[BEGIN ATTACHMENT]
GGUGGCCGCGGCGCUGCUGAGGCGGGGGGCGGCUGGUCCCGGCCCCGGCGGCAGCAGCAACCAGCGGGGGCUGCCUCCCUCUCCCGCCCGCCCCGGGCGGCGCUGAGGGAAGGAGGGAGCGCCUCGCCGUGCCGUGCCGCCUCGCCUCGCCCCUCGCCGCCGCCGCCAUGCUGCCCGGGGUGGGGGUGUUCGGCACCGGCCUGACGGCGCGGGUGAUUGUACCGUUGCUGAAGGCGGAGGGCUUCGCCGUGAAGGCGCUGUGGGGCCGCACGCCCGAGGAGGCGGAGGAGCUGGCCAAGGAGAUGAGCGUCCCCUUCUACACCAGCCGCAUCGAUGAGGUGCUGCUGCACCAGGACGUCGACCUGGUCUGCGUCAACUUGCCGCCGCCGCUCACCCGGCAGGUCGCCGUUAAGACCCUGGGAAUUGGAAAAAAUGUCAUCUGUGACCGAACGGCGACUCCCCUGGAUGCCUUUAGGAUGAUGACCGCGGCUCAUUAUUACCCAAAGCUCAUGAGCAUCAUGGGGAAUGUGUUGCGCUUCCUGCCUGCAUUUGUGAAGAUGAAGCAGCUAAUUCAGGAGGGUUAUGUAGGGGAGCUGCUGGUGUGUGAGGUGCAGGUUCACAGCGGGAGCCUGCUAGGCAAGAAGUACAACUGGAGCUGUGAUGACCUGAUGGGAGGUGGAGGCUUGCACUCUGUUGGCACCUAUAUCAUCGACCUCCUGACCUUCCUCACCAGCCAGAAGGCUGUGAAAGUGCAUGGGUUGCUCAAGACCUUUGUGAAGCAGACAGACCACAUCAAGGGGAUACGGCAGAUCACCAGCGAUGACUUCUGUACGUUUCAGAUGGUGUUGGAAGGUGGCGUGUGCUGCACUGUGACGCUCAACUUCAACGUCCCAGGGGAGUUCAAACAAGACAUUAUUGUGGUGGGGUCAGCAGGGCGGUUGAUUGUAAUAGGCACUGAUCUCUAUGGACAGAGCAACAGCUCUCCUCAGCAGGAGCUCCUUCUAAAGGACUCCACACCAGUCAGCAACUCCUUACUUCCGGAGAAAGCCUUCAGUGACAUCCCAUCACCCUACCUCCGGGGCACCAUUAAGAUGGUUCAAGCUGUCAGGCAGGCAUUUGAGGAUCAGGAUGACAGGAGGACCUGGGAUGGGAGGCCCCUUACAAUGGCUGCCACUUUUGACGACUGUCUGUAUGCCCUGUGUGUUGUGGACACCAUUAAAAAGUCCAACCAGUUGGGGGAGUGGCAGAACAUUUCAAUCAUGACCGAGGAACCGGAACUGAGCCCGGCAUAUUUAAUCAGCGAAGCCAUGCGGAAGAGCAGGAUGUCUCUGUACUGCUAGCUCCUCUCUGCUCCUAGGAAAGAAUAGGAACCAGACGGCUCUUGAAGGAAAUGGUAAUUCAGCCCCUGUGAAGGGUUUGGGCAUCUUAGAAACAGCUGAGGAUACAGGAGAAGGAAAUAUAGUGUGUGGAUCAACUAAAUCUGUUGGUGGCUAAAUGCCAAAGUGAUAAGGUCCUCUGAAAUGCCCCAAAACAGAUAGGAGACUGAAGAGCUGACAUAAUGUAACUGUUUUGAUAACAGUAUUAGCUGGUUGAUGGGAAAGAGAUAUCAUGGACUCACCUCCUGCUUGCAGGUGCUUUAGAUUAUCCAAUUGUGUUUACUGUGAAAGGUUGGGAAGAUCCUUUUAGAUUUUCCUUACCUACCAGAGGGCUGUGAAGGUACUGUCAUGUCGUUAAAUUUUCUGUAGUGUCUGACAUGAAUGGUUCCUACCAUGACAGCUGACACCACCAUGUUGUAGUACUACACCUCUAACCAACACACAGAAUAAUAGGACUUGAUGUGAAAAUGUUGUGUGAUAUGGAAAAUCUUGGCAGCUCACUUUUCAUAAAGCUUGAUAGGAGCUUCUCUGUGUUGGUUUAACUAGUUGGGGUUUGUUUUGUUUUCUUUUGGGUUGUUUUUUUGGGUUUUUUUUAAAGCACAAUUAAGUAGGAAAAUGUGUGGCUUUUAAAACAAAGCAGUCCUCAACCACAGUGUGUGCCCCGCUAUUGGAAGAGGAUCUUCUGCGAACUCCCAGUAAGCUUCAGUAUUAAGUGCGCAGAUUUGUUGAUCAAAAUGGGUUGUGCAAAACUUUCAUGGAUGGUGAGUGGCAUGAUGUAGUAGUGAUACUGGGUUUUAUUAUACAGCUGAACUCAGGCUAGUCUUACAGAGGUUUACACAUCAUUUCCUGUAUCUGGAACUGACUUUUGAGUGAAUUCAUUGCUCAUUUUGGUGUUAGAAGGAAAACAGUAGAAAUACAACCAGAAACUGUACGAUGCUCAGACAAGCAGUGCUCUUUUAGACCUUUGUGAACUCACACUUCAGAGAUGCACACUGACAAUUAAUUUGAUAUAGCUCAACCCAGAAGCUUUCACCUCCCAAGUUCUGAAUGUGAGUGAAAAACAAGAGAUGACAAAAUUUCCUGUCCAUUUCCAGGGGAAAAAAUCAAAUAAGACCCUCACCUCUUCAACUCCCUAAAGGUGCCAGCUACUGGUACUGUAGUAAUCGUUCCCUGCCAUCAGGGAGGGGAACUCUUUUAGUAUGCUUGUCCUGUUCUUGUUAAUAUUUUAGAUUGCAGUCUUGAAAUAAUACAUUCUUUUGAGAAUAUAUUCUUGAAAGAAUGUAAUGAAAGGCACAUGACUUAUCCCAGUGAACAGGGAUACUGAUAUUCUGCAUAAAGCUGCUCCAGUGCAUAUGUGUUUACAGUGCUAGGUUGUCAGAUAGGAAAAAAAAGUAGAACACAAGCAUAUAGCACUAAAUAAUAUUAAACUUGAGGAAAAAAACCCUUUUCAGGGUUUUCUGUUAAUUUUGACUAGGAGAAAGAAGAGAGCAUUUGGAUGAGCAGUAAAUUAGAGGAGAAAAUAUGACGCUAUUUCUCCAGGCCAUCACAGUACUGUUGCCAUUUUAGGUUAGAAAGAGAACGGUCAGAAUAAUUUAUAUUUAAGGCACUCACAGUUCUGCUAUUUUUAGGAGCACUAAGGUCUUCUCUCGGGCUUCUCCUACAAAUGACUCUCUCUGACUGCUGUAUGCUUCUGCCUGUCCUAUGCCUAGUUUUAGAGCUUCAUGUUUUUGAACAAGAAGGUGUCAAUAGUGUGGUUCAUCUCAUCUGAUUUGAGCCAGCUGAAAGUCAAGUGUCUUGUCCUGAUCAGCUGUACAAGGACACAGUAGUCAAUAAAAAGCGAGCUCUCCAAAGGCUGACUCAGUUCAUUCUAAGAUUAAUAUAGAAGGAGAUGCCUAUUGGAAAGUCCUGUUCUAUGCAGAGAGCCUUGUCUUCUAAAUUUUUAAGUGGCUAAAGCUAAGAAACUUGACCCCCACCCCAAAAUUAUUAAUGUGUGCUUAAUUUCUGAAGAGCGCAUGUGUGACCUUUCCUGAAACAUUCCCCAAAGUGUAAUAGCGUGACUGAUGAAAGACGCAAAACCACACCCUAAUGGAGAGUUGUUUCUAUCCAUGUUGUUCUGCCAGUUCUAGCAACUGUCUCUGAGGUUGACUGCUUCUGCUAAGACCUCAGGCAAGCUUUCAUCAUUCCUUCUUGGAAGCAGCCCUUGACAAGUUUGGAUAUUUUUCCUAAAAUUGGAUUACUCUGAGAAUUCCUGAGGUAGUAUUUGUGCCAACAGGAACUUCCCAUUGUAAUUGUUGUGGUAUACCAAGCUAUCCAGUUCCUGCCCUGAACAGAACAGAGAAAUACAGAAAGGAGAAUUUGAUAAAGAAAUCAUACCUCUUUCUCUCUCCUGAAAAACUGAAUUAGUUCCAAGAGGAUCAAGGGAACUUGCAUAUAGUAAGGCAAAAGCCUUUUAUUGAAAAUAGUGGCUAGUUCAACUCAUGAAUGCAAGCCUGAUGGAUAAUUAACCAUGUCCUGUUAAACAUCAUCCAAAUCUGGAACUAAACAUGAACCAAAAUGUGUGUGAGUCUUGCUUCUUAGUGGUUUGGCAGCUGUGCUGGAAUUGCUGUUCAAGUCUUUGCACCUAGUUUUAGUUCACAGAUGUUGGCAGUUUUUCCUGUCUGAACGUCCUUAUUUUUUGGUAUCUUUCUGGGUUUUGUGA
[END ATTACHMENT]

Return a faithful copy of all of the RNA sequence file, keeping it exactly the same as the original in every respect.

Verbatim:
GGUGGCCGCGGCGCUGCUGAGGCGGGGGGCGGCUGGUCCCGGCCCCGGCGGCAGCAGCAACCAGCGGGGGCUGCCUCCCUCUCCCGCCCGCCCCGGGCGGCGCUGAGGGAAGGAGGGAGCGCCUCGCCGUGCCGUGCCGCCUCGCCUCGCCCCUCGCCGCCGCCGCCAUGCUGCCCGGGGUGGGGGUGUUCGGCACCGGCCUGACGGCGCGGGUGAUUGUACCGUUGCUGAAGGCGGAGGGCUUCGCCGUGAAGGCGCUGUGGGGCCGCACGCCCGAGGAGGCGGAGGAGCUGGCCAAGGAGAUGAGCGUCCCCUUCUACACCAGCCGCAUCGAUGAGGUGCUGCUGCACCAGGACGUCGACCUGGUCUGCGUCAACUUGCCGCCGCCGCUCACCCGGCAGGUCGCCGUUAAGACCCUGGGAAUUGGAAAAAAUGUCAUCUGUGACCGAACGGCGACUCCCCUGGAUGCCUUUAGGAUGAUGACCGCGGCUCAUUAUUACCCAAAGCUCAUGAGCAUCAUGGGGAAUGUGUUGCGCUUCCUGCCUGCAUUUGUGAAGAUGAAGCAGCUAAUUCAGGAGGGUUAUGUAGGGGAGCUGCUGGUGUGUGAGGUGCAGGUUCACAGCGGGAGCCUGCUAGGCAAGAAGUACAACUGGAGCUGUGAUGACCUGAUGGGAGGUGGAGGCUUGCACUCUGUUGGCACCUAUAUCAUCGACCUCCUGACCUUCCUCACCAGCCAGAAGGCUGUGAAAGUGCAUGGGUUGCUCAAGACCUUUGUGAAGCAGACAGACCACAUCAAGGGGAUACGGCAGAUCACCAGCGAUGACUUCUGUACGUUUCAGAUGGUGUUGGAAGGUGGCGUGUGCUGCACUGUGACGCUCAACUUCAACGUCCCAGGGGAGUUCAAACAAGACAUUAUUGUGGUGGGGUCAGCAGGGCGGUUGAUUGUAAUAGGCACUGAUCUCUAUGGACAGAGCAACAGCUCUCCUCAGCAGGAGCUCCUUCUAAAGGACUCCACACCAGUCAGCAACUCCUUACUUCCGGAGAAAGCCUUCAGUGACAUCCCAUCACCCUACCUCCGGGGCACCAUUAAGAUGGUUCAAGCUGUCAGGCAGGCAUUUGAGGAUCAGGAUGACAGGAGGACCUGGGAUGGGAGGCCCCUUACAAUGGCUGCCACUUUUGACGACUGUCUGUAUGCCCUGUGUGUUGUGGACACCAUUAAAAAGUCCAACCAGUUGGGGGAGUGGCAGAACAUUUCAAUCAUGACCGAGGAACCGGAACUGAGCCCGGCAUAUUUAAUCAGCGAAGCCAUGCGGAAGAGCAGGAUGUCUCUGUACUGCUAGCUCCUCUCUGCUCCUAGGAAAGAAUAGGAACCAGACGGCUCUUGAAGGAAAUGGUAAUUCAGCCCCUGUGAAGGGUUUGGGCAUCUUAGAAACAGCUGAGGAUACAGGAGAAGGAAAUAUAGUGUGUGGAUCAACUAAAUCUGUUGGUGGCUAAAUGCCAAAGUGAUAAGGUCCUCUGAAAUGCCCCAAAACAGAUAGGAGACUGAAGAGCUGACAUAAUGUAACUGUUUUGAUAACAGUAUUAGCUGGUUGAUGGGAAAGAGAUAUCAUGGACUCACCUCCUGCUUGCAGGUGCUUUAGAUUAUCCAAUUGUGUUUACUGUGAAAGGUUGGGAAGAUCCUUUUAGAUUUUCCUUACCUACCAGAGGGCUGUGAAGGUACUGUCAUGUCGUUAAAUUUUCUGUAGUGUCUGACAUGAAUGGUUCCUACCAUGACAGCUGACACCACCAUGUUGUAGUACUACACCUCUAACCAACACACAGAAUAAUAGGACUUGAUGUGAAAAUGUUGUGUGAUAUGGAAAAUCUUGGCAGCUCACUUUUCAUAAAGCUUGAUAGGAGCUUCUCUGUGUUGGUUUAACUAGUUGGGGUUUGUUUUGUUUUCUUUUGGGUUGUUUUUUUGGGUUUUUUUUAAAGCACAAUUAAGUAGGAAAAUGUGUGGCUUUUAAAACAAAGCAGUCCUCAACCACAGUGUGUGCCCCGCUAUUGGAAGAGGAUCUUCUGCGAACUCCCAGUAAGCUUCAGUAUUAAGUGCGCAGAUUUGUUGAUCAAAAUGGGUUGUGCAAAACUUUCAUGGAUGGUGAGUGGCAUGAUGUAGUAGUGAUACUGGGUUUUAUUAUACAGCUGAACUCAGGCUAGUCUUACAGAGGUUUACACAUCAUUUCCUGUAUCUGGAACUGACUUUUGAGUGAAUUCAUUGCUCAUUUUGGUGUUAGAAGGAAAACAGUAGAAAUACAACCAGAAACUGUACGAUGCUCAGACAAGCAGUGCUCUUUUAGACCUUUGUGAACUCACACUUCAGAGAUGCACACUGACAAUUAAUUUGAUAUAGCUCAACCCAGAAGCUUUCACCUCCCAAGUUCUGAAUGUGAGUGAAAAACAAGAGAUGACAAAAUUUCCUGUCCAUUUCCAGGGGAAAAAAUCAAAUAAGACCCUCACCUCUUCAACUCCCUAAAGGUGCCAGCUACUGGUACUGUAGUAAUCGUUCCCUGCCAUCAGGGAGGGGAACUCUUUUAGUAUGCUUGUCCUGUUCUUGUUAAUAUUUUAGAUUGCAGUCUUGAAAUAAUACAUUCUUUUGAGAAUAUAUUCUUGAAAGAAUGUAAUGAAAGGCACAUGACUUAUCCCAGUGAACAGGGAUACUGAUAUUCUGCAUAAAGCUGCUCCAGUGCAUAUGUGUUUACAGUGCUAGGUUGUCAGAUAGGAAAAAAAAGUAGAACACAAGCAUAUAGCACUAAAUAAUAUUAAACUUGAGGAAAAAAACCCUUUUCAGGGUUUUCUGUUAAUUUUGACUAGGAGAAAGAAGAGAGCAUUUGGAUGAGCAGUAAAUUAGAGGAGAAAAUAUGACGCUAUUUCUCCAGGCCAUCACAGUACUGUUGCCAUUUUAGGUUAGAAAGAGAACGGUCAGAAUAAUUUAUAUUUAAGGCACUCACAGUUCUGCUAUUUUUAGGAGCACUAAGGUCUUCUCUCGGGCUUCUCCUACAAAUGACUCUCUCUGACUGCUGUAUGCUUCUGCCUGUCCUAUGCCUAGUUUUAGAGCUUCAUGUUUUUGAACAAGAAGGUGUCAAUAGUGUGGUUCAUCUCAUCUGAUUUGAGCCAGCUGAAAGUCAAGUGUCUUGUCCUGAUCAGCUGUACAAGGACACAGUAGUCAAUAAAAAGCGAGCUCUCCAAAGGCUGACUCAGUUCAUUCUAAGAUUAAUAUAGAAGGAGAUGCCUAUUGGAAAGUCCUGUUCUAUGCAGAGAGCCUUGUCUUCUAAAUUUUUAAGUGGCUAAAGCUAAGAAACUUGACCCCCACCCCAAAAUUAUUAAUGUGUGCUUAAUUUCUGAAGAGCGCAUGUGUGACCUUUCCUGAAACAUUCCCCAAAGUGUAAUAGCGUGACUGAUGAAAGACGCAAAACCACACCCUAAUGGAGAGUUGUUUCUAUCCAUGUUGUUCUGCCAGUUCUAGCAACUGUCUCUGAGGUUGACUGCUUCUGCUAAGACCUCAGGCAAGCUUUCAUCAUUCCUUCUUGGAAGCAGCCCUUGACAAGUUUGGAUAUUUUUCCUAAAAUUGGAUUACUCUGAGAAUUCCUGAGGUAGUAUUUGUGCCAACAGGAACUUCCCAUUGUAAUUGUUGUGGUAUACCAAGCUAUCCAGUUCCUGCCCUGAACAGAACAGAGAAAUACAGAAAGGAGAAUUUGAUAAAGAAAUCAUACCUCUUUCUCUCUCCUGAAAAACUGAAUUAGUUCCAAGAGGAUCAAGGGAACUUGCAUAUAGUAAGGCAAAAGCCUUUUAUUGAAAAUAGUGGCUAGUUCAACUCAUGAAUGCAAGCCUGAUGGAUAAUUAACCAUGUCCUGUUAAACAUCAUCCAAAUCUGGAACUAAACAUGAACCAAAAUGUGUGUGAGUCUUGCUUCUUAGUGGUUUGGCAGCUGUGCUGGAAUUGCUGUUCAAGUCUUUGCACCUAGUUUUAGUUCACAGAUGUUGGCAGUUUUUCCUGUCUGAACGUCCUUAUUUUUUGGUAUCUUUCUGGGUUUUGUGA